Cybering Democracy: Public Space and the Internet

Cybering Democracy: Public Space and the Internet

Cybering Democracy: Public Space and the Internet

Cybering Democracy: Public Space and the Internet

Synopsis

In Cybering Democracy, Diana Saco boldly reconceptualizes the relationship between democratic participation and spatial realities both actual and virtual.

Excerpt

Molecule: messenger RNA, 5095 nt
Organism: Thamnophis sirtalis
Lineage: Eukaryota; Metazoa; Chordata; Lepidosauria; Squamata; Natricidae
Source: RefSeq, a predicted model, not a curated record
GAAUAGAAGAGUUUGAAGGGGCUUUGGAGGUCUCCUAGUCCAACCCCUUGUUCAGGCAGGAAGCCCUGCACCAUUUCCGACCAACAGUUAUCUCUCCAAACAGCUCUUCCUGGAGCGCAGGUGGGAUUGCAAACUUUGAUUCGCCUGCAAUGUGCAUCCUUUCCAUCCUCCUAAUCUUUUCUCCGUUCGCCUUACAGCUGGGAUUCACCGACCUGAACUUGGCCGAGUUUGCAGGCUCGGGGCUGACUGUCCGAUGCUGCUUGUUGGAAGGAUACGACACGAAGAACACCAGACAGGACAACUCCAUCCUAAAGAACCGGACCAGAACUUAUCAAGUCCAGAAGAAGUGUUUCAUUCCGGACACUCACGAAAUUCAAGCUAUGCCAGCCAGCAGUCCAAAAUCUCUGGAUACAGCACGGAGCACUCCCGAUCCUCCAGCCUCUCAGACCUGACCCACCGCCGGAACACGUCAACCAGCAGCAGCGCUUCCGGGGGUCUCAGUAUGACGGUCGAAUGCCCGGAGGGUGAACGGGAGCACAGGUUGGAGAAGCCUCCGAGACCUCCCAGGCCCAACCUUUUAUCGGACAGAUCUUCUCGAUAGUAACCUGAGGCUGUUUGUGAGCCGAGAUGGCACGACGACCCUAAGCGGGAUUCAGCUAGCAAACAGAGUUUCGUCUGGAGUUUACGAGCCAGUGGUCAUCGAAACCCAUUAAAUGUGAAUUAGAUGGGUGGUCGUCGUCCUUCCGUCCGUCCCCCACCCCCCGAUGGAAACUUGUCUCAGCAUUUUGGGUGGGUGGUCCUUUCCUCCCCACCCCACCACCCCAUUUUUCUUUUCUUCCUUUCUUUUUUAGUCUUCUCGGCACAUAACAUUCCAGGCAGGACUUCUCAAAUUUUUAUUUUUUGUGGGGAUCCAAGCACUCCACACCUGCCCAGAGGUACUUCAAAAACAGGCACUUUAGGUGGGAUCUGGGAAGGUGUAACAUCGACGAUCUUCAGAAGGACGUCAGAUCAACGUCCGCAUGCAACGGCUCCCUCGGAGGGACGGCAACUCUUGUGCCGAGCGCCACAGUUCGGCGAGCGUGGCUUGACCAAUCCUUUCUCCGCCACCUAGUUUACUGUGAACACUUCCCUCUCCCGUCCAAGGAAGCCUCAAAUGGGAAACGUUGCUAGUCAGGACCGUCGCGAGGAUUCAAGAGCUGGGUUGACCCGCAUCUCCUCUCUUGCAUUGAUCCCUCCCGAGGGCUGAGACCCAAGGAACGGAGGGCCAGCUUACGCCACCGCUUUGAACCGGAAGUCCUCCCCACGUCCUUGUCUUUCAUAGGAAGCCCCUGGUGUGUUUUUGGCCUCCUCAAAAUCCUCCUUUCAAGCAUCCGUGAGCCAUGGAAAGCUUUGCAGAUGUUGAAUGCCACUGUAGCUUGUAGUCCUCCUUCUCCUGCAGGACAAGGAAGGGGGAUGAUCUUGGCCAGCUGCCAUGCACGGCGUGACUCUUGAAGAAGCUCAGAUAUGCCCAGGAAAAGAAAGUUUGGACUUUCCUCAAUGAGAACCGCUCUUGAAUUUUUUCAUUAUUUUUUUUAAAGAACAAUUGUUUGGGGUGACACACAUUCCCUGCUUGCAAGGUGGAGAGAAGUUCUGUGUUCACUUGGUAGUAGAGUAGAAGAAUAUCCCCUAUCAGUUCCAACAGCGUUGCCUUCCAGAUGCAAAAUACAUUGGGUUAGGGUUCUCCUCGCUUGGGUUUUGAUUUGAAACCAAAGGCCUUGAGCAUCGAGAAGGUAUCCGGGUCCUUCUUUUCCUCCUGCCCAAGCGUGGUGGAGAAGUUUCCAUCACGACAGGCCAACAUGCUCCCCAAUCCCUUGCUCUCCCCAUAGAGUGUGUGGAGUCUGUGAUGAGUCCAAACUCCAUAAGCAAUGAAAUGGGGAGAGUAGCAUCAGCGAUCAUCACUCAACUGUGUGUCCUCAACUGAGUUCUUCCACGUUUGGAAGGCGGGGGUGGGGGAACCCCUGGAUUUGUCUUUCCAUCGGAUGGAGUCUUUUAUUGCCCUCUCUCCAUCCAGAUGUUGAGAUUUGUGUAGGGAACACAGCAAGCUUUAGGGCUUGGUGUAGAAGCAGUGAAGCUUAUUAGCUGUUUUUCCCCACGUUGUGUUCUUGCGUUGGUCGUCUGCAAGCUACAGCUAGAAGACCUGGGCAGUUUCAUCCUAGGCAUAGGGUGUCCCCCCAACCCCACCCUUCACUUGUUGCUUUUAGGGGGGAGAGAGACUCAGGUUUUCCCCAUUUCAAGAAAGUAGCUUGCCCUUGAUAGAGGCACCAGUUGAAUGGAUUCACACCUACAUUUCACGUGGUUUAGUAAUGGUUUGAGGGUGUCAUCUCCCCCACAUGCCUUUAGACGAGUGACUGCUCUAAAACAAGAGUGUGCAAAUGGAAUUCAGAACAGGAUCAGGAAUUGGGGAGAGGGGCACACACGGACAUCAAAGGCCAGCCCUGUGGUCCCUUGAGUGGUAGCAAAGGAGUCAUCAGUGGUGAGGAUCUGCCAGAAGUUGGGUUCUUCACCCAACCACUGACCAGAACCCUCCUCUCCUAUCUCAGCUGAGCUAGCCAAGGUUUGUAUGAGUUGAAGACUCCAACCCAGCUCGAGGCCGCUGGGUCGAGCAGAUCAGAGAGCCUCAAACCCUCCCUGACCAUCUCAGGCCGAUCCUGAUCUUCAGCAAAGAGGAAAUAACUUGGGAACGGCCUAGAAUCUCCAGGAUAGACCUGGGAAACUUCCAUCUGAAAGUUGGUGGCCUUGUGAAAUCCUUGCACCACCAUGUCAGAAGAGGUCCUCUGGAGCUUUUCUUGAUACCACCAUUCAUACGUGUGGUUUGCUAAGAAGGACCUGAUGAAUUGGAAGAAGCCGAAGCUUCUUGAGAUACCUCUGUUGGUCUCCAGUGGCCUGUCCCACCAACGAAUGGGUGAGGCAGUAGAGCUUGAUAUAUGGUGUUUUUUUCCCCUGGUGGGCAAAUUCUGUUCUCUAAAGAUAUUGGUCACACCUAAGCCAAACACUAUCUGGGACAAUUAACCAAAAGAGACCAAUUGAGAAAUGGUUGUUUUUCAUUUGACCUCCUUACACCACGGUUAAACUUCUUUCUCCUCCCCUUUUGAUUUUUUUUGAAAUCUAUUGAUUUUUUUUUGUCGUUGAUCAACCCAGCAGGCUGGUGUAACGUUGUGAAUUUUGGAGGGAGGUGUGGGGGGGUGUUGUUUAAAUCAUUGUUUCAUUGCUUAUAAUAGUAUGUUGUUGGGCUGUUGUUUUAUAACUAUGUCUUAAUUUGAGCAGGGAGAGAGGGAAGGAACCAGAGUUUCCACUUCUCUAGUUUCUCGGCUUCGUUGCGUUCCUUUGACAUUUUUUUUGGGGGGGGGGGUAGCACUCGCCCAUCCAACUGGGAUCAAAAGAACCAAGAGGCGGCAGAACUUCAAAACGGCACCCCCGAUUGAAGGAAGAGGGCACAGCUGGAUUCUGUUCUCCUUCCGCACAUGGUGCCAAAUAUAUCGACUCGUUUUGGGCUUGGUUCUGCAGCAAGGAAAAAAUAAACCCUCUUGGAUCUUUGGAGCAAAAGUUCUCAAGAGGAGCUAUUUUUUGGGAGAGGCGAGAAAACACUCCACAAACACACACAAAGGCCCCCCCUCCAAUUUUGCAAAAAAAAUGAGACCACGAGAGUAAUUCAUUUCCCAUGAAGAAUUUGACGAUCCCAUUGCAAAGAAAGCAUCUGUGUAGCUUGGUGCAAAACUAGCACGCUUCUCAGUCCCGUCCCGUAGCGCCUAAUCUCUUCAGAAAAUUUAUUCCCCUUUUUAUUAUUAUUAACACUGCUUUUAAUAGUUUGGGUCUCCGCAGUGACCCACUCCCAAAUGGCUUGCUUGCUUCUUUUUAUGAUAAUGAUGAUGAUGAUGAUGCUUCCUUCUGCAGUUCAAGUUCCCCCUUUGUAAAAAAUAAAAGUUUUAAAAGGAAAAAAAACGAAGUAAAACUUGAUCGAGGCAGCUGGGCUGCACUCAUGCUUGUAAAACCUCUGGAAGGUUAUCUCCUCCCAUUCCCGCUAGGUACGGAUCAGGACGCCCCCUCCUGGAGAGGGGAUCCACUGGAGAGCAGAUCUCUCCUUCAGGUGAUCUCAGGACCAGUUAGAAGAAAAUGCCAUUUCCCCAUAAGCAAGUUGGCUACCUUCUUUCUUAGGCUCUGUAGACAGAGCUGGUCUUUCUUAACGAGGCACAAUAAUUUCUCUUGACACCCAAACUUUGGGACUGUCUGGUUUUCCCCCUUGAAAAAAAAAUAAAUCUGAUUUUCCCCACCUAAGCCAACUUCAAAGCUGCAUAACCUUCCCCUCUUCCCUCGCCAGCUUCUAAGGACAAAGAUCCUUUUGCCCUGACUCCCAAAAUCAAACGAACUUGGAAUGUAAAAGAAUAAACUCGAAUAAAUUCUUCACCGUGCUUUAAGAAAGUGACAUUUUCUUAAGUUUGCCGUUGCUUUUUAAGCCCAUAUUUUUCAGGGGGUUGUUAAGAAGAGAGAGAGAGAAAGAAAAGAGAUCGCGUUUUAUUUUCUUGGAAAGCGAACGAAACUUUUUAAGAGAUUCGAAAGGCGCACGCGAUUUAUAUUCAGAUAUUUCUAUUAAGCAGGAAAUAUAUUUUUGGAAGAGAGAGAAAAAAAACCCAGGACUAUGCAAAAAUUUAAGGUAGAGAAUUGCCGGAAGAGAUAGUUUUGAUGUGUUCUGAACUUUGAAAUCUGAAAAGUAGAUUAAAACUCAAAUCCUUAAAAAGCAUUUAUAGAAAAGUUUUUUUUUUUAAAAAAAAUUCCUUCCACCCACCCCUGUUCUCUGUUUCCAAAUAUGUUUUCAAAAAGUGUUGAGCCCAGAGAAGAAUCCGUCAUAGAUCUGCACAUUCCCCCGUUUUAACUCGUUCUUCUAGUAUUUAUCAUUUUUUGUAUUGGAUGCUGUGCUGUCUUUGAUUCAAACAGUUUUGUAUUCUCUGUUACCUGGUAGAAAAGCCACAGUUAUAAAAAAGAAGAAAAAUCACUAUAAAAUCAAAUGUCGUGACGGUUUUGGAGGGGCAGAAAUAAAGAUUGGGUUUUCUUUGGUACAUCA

On 5 August 1993, convicted murderer Joseph Paul Jernigan was executed by lethal injection in Huntsville, Texas, leaving to scientific research, at his own request, the otherwise healthy corpse of a well-developed, thirty- nine-year-old male who was free from the ravages of disease, age, and trauma. Technicians of the state anatomical board placed Jernigan's body in one and a half gallons of one-percent formalin for temporary preservation and transported it by jet to the dissection lab of the University of Colorado Health Sciences Center. There the remains were scanned by magnetic resonance imaging (MRI) and computerized tomography (CT), frozen, and then CT scanned again, giving the dissection team an anatomical map to refer to later for alignment purposes. Using a carbide- tipped blade, the lab technicians then proceeded to saw through Jernigan's body, cutting it into four sections of approximately the same length—head to a torso, abdomen to a pelvis, thighs to knees, and calves to feet. To secure the forearm-and-hand sections next to the abdominal section and the pairs of leg sections symmetrically to each other, technicians placed corresponding body parts into aluminum molds, filled the molds with a blue gel, and then refroze the contents, producing four ice blocks of the portioned cadaver, each measuring about twenty by twenty by fifteen inches. The bluish cubes were then taken to a grinding area that was enclosed by Plexiglas to avoid debris from the corpse flying everywhere as it was sectioned further. Over the next several months, the quartered and twice-frozen body of Joseph Paul Jernigan was painstakingly sliced, millimeter by millimeter, into 1,871 cross sections. As they sectioned the corpse further, technicians polished and digitally photographed (in . . .

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